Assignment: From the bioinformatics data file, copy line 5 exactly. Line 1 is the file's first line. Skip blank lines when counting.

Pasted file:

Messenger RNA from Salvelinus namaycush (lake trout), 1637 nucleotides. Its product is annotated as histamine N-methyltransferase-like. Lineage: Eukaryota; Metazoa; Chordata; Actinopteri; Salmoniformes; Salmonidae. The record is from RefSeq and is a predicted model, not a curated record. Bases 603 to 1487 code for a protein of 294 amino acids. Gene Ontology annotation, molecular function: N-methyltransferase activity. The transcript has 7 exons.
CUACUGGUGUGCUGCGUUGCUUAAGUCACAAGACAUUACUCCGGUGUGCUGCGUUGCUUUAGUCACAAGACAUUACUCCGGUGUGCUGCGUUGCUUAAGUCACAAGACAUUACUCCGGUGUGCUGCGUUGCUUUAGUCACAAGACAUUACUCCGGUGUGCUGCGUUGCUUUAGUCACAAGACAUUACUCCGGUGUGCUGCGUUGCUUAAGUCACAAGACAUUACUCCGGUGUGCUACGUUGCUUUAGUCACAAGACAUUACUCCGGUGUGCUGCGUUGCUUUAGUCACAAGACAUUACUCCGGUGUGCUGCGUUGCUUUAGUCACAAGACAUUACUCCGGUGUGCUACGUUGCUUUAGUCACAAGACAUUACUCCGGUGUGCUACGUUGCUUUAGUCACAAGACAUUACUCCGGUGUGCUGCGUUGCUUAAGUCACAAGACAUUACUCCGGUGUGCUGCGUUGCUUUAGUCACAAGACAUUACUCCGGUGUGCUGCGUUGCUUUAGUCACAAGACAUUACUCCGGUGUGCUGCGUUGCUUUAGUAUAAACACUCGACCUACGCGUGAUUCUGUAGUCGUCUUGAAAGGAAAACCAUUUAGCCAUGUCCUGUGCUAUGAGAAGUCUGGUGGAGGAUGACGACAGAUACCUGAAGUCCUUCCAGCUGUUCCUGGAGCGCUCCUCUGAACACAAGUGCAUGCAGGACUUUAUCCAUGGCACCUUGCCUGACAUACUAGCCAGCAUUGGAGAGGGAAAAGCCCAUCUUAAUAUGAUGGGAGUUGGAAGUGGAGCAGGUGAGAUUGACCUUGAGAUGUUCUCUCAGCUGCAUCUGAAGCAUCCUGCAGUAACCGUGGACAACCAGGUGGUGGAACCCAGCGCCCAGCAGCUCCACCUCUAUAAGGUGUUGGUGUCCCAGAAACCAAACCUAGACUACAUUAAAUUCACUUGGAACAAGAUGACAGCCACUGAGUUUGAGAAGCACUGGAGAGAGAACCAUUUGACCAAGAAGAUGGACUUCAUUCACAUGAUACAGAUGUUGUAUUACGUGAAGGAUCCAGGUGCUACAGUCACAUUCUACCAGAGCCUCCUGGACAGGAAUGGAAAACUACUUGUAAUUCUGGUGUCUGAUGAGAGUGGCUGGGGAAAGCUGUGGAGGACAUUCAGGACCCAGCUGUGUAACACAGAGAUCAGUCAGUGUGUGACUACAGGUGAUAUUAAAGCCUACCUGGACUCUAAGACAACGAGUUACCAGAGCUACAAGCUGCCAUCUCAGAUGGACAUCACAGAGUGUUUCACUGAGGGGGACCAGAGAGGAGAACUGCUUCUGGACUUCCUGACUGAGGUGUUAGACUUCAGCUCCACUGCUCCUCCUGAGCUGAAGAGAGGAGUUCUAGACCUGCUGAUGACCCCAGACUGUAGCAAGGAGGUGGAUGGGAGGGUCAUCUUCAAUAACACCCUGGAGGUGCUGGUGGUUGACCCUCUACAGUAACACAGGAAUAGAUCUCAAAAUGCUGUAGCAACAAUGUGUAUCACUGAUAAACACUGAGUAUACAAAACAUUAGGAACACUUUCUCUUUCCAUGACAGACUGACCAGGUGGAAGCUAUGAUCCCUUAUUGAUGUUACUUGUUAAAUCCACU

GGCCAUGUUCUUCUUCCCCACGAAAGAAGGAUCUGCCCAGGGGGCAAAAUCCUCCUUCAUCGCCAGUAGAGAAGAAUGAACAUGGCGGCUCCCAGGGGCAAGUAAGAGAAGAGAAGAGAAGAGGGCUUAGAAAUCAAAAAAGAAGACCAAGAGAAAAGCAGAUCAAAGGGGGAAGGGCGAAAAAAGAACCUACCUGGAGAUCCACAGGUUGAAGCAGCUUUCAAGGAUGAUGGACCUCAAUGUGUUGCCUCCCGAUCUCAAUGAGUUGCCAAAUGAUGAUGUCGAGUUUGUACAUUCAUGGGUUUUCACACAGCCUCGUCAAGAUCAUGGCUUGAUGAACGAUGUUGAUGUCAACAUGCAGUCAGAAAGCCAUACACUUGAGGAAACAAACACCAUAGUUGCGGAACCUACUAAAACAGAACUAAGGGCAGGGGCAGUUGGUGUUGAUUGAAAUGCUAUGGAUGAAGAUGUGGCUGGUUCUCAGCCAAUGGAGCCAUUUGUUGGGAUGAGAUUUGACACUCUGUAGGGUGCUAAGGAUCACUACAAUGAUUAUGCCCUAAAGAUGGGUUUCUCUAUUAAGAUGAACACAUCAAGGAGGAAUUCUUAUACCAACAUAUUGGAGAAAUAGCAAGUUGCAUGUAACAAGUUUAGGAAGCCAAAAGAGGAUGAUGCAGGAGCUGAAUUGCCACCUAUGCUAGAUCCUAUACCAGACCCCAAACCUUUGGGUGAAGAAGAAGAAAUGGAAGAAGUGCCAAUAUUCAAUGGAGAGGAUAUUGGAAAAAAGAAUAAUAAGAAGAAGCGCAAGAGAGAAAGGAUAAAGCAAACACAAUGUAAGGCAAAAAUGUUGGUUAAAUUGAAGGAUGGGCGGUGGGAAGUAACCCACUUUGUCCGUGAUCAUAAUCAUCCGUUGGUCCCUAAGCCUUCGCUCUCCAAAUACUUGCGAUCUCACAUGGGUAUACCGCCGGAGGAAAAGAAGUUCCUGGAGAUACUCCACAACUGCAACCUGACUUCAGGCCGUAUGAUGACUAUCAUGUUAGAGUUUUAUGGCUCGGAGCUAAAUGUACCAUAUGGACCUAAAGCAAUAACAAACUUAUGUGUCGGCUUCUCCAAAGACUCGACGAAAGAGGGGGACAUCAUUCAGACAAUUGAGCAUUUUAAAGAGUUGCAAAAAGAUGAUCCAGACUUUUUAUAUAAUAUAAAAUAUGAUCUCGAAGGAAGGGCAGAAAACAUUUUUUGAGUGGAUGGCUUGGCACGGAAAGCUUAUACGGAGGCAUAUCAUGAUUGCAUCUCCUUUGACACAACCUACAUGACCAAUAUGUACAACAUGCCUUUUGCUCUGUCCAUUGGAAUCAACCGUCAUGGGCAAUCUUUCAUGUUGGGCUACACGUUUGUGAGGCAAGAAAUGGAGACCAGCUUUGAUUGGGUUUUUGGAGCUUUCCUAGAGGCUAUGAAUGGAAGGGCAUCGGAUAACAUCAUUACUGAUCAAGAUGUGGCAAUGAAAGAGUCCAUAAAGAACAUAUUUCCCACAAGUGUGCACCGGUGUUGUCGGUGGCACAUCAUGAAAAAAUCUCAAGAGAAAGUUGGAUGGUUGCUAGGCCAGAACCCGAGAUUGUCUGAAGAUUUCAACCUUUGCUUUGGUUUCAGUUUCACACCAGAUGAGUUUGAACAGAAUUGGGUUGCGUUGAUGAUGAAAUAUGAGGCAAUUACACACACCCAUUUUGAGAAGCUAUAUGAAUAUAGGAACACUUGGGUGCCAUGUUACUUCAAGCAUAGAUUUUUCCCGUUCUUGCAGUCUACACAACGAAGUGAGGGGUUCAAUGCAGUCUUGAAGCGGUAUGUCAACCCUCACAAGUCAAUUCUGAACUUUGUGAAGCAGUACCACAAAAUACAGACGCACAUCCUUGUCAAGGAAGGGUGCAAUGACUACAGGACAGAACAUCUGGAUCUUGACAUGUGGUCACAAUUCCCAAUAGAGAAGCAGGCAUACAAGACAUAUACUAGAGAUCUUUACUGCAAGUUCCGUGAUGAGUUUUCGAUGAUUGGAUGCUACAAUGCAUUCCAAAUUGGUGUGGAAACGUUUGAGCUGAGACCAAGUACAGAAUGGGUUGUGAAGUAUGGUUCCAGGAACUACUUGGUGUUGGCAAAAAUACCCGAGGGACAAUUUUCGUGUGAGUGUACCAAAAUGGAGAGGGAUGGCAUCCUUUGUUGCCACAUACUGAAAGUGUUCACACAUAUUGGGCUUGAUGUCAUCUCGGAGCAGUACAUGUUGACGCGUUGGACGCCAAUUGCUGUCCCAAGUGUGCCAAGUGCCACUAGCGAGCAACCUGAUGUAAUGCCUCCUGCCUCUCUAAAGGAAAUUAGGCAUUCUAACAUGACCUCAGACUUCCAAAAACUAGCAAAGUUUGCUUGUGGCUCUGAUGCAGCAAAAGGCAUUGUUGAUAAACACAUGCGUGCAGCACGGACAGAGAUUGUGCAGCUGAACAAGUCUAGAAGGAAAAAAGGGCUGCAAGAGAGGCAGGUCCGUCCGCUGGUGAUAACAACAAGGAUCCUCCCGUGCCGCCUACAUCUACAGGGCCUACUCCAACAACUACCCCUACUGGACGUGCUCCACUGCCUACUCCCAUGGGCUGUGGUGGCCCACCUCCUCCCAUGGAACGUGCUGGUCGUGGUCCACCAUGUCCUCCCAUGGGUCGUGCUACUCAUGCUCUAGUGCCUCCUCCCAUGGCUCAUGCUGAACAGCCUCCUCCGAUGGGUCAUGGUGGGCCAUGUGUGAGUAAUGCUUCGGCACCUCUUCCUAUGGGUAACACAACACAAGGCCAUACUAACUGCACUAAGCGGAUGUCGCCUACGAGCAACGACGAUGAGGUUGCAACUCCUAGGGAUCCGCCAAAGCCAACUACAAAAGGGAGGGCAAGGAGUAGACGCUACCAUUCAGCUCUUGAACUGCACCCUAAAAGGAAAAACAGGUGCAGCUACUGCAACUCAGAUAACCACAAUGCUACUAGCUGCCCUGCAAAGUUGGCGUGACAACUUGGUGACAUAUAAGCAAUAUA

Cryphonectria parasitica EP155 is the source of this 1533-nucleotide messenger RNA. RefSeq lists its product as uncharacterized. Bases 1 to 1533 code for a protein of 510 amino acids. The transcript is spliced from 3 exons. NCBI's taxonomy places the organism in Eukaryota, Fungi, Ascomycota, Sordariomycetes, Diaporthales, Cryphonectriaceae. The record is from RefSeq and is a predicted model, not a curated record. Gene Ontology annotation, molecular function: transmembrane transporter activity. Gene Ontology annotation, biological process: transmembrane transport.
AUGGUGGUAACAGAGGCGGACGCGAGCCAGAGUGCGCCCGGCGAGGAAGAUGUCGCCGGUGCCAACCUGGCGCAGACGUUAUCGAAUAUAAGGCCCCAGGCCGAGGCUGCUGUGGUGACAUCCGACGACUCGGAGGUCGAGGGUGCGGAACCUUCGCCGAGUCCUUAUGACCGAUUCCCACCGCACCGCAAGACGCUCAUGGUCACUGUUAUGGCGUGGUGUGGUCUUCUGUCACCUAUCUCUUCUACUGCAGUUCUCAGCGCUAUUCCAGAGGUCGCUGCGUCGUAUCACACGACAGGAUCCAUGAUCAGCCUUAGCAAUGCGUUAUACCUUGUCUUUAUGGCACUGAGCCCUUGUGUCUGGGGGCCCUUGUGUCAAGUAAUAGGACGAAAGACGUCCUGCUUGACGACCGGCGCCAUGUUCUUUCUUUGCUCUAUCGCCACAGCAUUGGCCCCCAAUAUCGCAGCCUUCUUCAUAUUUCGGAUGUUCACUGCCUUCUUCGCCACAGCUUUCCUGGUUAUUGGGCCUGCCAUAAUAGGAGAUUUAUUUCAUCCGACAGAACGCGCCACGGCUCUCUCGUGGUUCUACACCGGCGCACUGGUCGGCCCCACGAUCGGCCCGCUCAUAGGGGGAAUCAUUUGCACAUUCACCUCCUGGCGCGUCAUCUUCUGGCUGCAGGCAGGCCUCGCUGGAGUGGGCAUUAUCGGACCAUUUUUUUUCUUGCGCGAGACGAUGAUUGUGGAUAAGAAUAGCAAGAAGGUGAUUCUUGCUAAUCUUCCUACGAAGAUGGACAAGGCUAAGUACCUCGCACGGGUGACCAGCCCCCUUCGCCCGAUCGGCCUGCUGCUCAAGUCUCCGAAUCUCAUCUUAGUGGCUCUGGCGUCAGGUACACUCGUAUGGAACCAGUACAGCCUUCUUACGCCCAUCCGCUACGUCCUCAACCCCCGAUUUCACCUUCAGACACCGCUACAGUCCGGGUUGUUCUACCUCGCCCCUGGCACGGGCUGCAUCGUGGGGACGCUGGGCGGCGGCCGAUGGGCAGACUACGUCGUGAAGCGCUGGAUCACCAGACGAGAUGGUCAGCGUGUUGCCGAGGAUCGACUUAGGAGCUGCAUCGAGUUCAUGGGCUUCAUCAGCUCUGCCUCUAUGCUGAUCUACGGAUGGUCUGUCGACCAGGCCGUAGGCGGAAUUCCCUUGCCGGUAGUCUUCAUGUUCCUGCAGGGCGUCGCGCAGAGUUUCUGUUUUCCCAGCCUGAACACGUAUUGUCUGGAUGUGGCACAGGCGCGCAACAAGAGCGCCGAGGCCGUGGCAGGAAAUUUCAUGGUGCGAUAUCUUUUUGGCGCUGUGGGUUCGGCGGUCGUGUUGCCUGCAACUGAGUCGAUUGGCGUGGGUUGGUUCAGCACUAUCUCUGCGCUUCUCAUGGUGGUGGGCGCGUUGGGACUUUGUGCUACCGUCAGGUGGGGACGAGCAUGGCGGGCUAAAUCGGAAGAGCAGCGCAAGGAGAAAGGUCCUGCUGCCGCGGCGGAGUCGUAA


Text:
AUGGUGGUAACAGAGGCGGACGCGAGCCAGAGUGCGCCCGGCGAGGAAGAUGUCGCCGGUGCCAACCUGGCGCAGACGUUAUCGAAUAUAAGGCCCCAGGCCGAGGCUGCUGUGGUGACAUCCGACGACUCGGAGGUCGAGGGUGCGGAACCUUCGCCGAGUCCUUAUGACCGAUUCCCACCGCACCGCAAGACGCUCAUGGUCACUGUUAUGGCGUGGUGUGGUCUUCUGUCACCUAUCUCUUCUACUGCAGUUCUCAGCGCUAUUCCAGAGGUCGCUGCGUCGUAUCACACGACAGGAUCCAUGAUCAGCCUUAGCAAUGCGUUAUACCUUGUCUUUAUGGCACUGAGCCCUUGUGUCUGGGGGCCCUUGUGUCAAGUAAUAGGACGAAAGACGUCCUGCUUGACGACCGGCGCCAUGUUCUUUCUUUGCUCUAUCGCCACAGCAUUGGCCCCCAAUAUCGCAGCCUUCUUCAUAUUUCGGAUGUUCACUGCCUUCUUCGCCACAGCUUUCCUGGUUAUUGGGCCUGCCAUAAUAGGAGAUUUAUUUCAUCCGACAGAACGCGCCACGGCUCUCUCGUGGUUCUACACCGGCGCACUGGUCGGCCCCACGAUCGGCCCGCUCAUAGGGGGAAUCAUUUGCACAUUCACCUCCUGGCGCGUCAUCUUCUGGCUGCAGGCAGGCCUCGCUGGAGUGGGCAUUAUCGGACCAUUUUUUUUCUUGCGCGAGACGAUGAUUGUGGAUAAGAAUAGCAAGAAGGUGAUUCUUGCUAAUCUUCCUACGAAGAUGGACAAGGCUAAGUACCUCGCACGGGUGACCAGCCCCCUUCGCCCGAUCGGCCUGCUGCUCAAGUCUCCGAAUCUCAUCUUAGUGGCUCUGGCGUCAGGUACACUCGUAUGGAACCAGUACAGCCUUCUUACGCCCAUCCGCUACGUCCUCAACCCCCGAUUUCACCUUCAGACACCGCUACAGUCCGGGUUGUUCUACCUCGCCCCUGGCACGGGCUGCAUCGUGGGGACGCUGGGCGGCGGCCGAUGGGCAGACUACGUCGUGAAGCGCUGGAUCACCAGACGAGAUGGUCAGCGUGUUGCCGAGGAUCGACUUAGGAGCUGCAUCGAGUUCAUGGGCUUCAUCAGCUCUGCCUCUAUGCUGAUCUACGGAUGGUCUGUCGACCAGGCCGUAGGCGGAAUUCCCUUGCCGGUAGUCUUCAUGUUCCUGCAGGGCGUCGCGCAGAGUUUCUGUUUUCCCAGCCUGAACACGUAUUGUCUGGAUGUGGCACAGGCGCGCAACAAGAGCGCCGAGGCCGUGGCAGGAAAUUUCAUGGUGCGAUAUCUUUUUGGCGCUGUGGGUUCGGCGGUCGUGUUGCCUGCAACUGAGUCGAUUGGCGUGGGUUGGUUCAGCACUAUCUCUGCGCUUCUCAUGGUGGUGGGCGCGUUGGGACUUUGUGCUACCGUCAGGUGGGGACGAGCAUGGCGGGCUAAAUCGGAAGAGCAGCGCAAGGAGAAAGGUCCUGCUGCCGCGGCGGAGUCGUAA